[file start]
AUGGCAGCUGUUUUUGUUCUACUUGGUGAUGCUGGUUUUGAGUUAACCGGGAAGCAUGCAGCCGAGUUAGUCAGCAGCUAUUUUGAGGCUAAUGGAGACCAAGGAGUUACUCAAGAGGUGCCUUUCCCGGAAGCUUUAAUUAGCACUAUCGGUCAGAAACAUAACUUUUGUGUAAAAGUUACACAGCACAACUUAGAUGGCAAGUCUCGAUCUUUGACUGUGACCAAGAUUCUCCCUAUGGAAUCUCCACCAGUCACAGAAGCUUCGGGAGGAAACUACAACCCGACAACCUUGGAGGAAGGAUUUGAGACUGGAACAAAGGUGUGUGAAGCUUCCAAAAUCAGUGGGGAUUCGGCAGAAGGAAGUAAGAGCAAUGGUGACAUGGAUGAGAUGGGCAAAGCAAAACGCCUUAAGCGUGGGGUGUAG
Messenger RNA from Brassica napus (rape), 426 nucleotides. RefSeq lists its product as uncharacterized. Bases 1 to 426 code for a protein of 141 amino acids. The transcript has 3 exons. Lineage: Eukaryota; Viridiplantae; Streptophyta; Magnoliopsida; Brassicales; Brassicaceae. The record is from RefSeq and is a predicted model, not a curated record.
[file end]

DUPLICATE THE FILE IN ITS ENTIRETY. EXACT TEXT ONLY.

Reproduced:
AUGGCAGCUGUUUUUGUUCUACUUGGUGAUGCUGGUUUUGAGUUAACCGGGAAGCAUGCAGCCGAGUUAGUCAGCAGCUAUUUUGAGGCUAAUGGAGACCAAGGAGUUACUCAAGAGGUGCCUUUCCCGGAAGCUUUAAUUAGCACUAUCGGUCAGAAACAUAACUUUUGUGUAAAAGUUACACAGCACAACUUAGAUGGCAAGUCUCGAUCUUUGACUGUGACCAAGAUUCUCCCUAUGGAAUCUCCACCAGUCACAGAAGCUUCGGGAGGAAACUACAACCCGACAACCUUGGAGGAAGGAUUUGAGACUGGAACAAAGGUGUGUGAAGCUUCCAAAAUCAGUGGGGAUUCGGCAGAAGGAAGUAAGAGCAAUGGUGACAUGGAUGAGAUGGGCAAAGCAAAACGCCUUAAGCGUGGGGUGUAG
Messenger RNA from Brassica napus (rape), 426 nucleotides. RefSeq lists its product as uncharacterized. Bases 1 to 426 code for a protein of 141 amino acids. The transcript has 3 exons. Lineage: Eukaryota; Viridiplantae; Streptophyta; Magnoliopsida; Brassicales; Brassicaceae. The record is from RefSeq and is a predicted model, not a curated record.